Since the base 20 is disassociated from the cone 30, it is easier to handle, and in particular it may be stored and installed in the same way as collimators for conventional acquisition gamma cameras since it is of substantially the same size. The conical portion is much easier to install than is a cone which is integral with its own base.
FIG. 2 shows an improved embodiment of the pin-hole cone for a gamma camera. In this figure, the cone comprises a first frustoconical portion 32 which, together with the base, constitutes a pin-hole assembly suitable for use with low energy gamma radiation since it is itself about 7 mm thick and made of a material which is preferably lead.
For use with high energy radiation, a second frustoconical portion 33 (e.g. 13 mm thick) likewise made of lead is super posed on the first, with the assembly of the two frustoconical portions 32 and 33 constituting a cone of sufficient thickness for stopping the high energy gamma radiation. The base 20 is made in the same way as before and is shown only in part in FIGS. 2 and 3. FIG. 3 shows the pin-hole cone for use at low energy, having only the 7 mm thick frustoconical portion 32. In both these figures, items that also appear in FIGS. 1a and 1b are given the same references, and this applies in particular to the screw system 31 serving to fix the base of the frustoconical portion 32 to the base 20, and to the ring 35 provided with the tungsten end fitting 40. The ring 35 surrounds the small end of the truncated cone and is screwed thereto. For high energy radiation, the truncated cone 33 is slid over the first truncated cone on which positioning lugs may be provided. A nut 36 is then screwed onto the ring 35, thereby locking the cone 33 into position pressed against the base of the cone 32. The angle at the apex of the cones 32 and 33 are the same so that the cones are exactly superposable. Handles 38 make it easy to remove the truncated cone 33 when necessary.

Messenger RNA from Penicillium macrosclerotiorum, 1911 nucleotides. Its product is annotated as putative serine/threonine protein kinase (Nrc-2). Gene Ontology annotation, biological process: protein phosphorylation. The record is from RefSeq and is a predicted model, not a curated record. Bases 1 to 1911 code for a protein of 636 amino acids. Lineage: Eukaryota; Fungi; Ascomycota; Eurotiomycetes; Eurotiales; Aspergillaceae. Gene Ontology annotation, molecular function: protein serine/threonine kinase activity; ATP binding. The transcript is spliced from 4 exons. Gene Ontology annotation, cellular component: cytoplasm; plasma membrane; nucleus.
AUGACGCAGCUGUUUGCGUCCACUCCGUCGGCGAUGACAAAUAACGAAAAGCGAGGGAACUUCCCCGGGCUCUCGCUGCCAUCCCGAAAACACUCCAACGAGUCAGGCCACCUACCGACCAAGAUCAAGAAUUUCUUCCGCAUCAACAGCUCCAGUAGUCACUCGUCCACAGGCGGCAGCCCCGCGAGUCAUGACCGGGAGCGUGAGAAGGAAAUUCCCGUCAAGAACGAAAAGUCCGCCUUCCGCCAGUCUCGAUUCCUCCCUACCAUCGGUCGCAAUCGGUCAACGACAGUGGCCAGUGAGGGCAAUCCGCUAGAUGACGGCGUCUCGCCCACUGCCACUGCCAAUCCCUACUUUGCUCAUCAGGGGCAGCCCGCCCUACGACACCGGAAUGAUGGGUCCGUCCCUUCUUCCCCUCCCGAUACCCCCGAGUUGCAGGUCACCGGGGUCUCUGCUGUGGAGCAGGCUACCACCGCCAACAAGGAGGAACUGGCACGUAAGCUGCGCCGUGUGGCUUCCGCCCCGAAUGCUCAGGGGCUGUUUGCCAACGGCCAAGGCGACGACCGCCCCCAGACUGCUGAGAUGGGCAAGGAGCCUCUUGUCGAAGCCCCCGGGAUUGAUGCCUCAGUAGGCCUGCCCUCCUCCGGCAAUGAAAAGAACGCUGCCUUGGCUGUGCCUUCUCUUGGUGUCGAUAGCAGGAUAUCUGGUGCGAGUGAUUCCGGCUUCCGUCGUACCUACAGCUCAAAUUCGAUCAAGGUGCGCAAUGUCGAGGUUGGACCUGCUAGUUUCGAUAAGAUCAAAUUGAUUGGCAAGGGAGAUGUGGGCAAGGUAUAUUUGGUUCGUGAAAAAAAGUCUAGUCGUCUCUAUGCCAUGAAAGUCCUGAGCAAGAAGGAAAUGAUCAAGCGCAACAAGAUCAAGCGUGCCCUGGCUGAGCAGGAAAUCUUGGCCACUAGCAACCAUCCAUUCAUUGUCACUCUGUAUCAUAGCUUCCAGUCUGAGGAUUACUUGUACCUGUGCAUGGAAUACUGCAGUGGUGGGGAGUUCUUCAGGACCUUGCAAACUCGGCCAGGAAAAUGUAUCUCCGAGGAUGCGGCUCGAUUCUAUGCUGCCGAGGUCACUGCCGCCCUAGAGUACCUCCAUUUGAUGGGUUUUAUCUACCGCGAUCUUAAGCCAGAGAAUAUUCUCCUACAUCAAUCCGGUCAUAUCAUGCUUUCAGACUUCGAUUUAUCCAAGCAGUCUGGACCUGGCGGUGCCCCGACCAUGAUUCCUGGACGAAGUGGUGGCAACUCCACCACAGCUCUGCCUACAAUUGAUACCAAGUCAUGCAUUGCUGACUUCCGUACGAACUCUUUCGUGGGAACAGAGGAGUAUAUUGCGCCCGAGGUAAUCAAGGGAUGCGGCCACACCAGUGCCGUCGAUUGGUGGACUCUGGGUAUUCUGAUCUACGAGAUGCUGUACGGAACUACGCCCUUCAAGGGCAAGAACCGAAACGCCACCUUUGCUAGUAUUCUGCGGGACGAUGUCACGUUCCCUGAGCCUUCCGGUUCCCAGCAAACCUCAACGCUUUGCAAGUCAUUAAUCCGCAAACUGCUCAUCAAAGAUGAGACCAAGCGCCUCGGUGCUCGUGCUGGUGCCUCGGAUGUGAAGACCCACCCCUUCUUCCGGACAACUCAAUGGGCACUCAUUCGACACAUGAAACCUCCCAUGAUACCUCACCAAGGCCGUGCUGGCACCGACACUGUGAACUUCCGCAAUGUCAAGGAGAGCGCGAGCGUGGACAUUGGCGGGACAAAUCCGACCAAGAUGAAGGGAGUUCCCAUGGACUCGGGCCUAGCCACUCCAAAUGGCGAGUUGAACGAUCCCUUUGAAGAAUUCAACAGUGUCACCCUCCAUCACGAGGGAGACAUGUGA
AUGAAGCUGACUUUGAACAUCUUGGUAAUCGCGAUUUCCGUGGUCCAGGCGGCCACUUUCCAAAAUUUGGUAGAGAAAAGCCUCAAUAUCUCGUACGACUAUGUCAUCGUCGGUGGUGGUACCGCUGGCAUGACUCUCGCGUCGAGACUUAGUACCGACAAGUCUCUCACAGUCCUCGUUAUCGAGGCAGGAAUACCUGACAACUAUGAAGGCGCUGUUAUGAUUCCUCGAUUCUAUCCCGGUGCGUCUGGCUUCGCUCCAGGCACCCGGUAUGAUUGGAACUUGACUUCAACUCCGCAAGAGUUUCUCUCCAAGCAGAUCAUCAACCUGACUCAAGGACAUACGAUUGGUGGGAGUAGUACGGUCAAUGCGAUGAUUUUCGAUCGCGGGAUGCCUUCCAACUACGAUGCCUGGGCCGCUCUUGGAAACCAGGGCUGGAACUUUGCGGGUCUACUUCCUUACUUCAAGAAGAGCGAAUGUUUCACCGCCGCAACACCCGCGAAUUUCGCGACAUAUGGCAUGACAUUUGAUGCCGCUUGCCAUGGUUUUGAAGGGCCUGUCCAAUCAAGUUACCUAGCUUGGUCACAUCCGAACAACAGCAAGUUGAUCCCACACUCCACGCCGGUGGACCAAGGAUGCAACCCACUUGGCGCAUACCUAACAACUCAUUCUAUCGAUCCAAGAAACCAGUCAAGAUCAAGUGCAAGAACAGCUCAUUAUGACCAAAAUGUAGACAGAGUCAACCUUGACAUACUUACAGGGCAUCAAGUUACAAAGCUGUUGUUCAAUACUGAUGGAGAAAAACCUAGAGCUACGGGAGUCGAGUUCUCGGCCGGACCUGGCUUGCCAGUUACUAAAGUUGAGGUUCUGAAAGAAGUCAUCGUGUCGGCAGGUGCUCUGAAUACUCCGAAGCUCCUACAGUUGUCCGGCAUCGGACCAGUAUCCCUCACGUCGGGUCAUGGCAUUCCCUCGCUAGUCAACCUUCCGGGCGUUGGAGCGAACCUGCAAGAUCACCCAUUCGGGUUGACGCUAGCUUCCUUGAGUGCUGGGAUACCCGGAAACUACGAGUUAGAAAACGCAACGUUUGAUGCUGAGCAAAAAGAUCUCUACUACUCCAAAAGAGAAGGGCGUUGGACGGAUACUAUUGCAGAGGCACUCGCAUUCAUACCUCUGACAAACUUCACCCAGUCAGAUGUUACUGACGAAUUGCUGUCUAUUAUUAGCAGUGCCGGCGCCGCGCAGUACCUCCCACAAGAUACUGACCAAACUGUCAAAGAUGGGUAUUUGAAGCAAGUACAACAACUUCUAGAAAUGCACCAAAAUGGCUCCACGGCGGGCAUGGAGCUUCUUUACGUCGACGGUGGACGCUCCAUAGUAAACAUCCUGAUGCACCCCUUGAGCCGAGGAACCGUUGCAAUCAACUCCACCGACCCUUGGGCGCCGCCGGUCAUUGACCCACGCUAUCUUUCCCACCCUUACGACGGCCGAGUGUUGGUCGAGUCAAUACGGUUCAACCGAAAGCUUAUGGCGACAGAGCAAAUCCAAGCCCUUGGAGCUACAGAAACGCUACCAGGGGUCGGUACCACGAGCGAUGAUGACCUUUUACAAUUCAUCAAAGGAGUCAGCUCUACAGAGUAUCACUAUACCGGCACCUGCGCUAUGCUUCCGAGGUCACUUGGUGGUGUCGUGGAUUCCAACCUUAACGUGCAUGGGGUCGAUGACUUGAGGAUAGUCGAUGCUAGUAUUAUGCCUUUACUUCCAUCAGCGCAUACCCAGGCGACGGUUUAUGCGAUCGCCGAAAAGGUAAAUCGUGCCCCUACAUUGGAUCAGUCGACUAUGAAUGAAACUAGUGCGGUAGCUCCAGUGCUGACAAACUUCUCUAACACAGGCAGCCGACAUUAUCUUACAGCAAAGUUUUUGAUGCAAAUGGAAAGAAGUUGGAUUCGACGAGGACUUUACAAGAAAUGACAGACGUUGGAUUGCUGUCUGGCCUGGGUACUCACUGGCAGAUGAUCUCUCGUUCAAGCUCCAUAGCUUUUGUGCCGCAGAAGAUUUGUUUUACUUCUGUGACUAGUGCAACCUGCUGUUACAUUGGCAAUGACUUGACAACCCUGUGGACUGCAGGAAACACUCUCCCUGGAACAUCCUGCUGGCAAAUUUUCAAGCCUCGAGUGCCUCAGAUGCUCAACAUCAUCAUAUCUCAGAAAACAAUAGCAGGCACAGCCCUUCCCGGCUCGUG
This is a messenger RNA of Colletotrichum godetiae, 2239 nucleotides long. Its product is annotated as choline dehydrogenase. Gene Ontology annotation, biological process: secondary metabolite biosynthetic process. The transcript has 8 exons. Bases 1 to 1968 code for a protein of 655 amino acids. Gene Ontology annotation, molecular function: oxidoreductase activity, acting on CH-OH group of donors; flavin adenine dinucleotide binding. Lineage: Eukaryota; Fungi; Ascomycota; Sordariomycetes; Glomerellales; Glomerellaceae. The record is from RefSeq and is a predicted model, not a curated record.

By way of example, in an embodiment of the invention as shown in FIGS. 2 and 3, the weight of the base 20 made up mainly of lead is 70 kg, the mass of the low energy cone 32 and its base parallel to the base 20 is 14.5 kg, and the mass of the additional cone 33 for use with high energy radiation is 13 kg, so that the entire assembly together with the fixing screws has a mass of about 100 kg. In this example, the equilibrium weight for the collimation portion is 91 kg, such that with or without the additional cone 33, the assembly is within ±6 kg of its equilibrium weight.
The invention is not limited to the embodiments described in greater detail above and shown in the drawings. The gamma camera pin-hole cone of the invention is modular, thereby making it easier to handle. In one embodiment, the cone is made up from two truncated cones. It is also possible to provide a cone built up from more than two portions if so justified by ease of installation and the energy ranges used.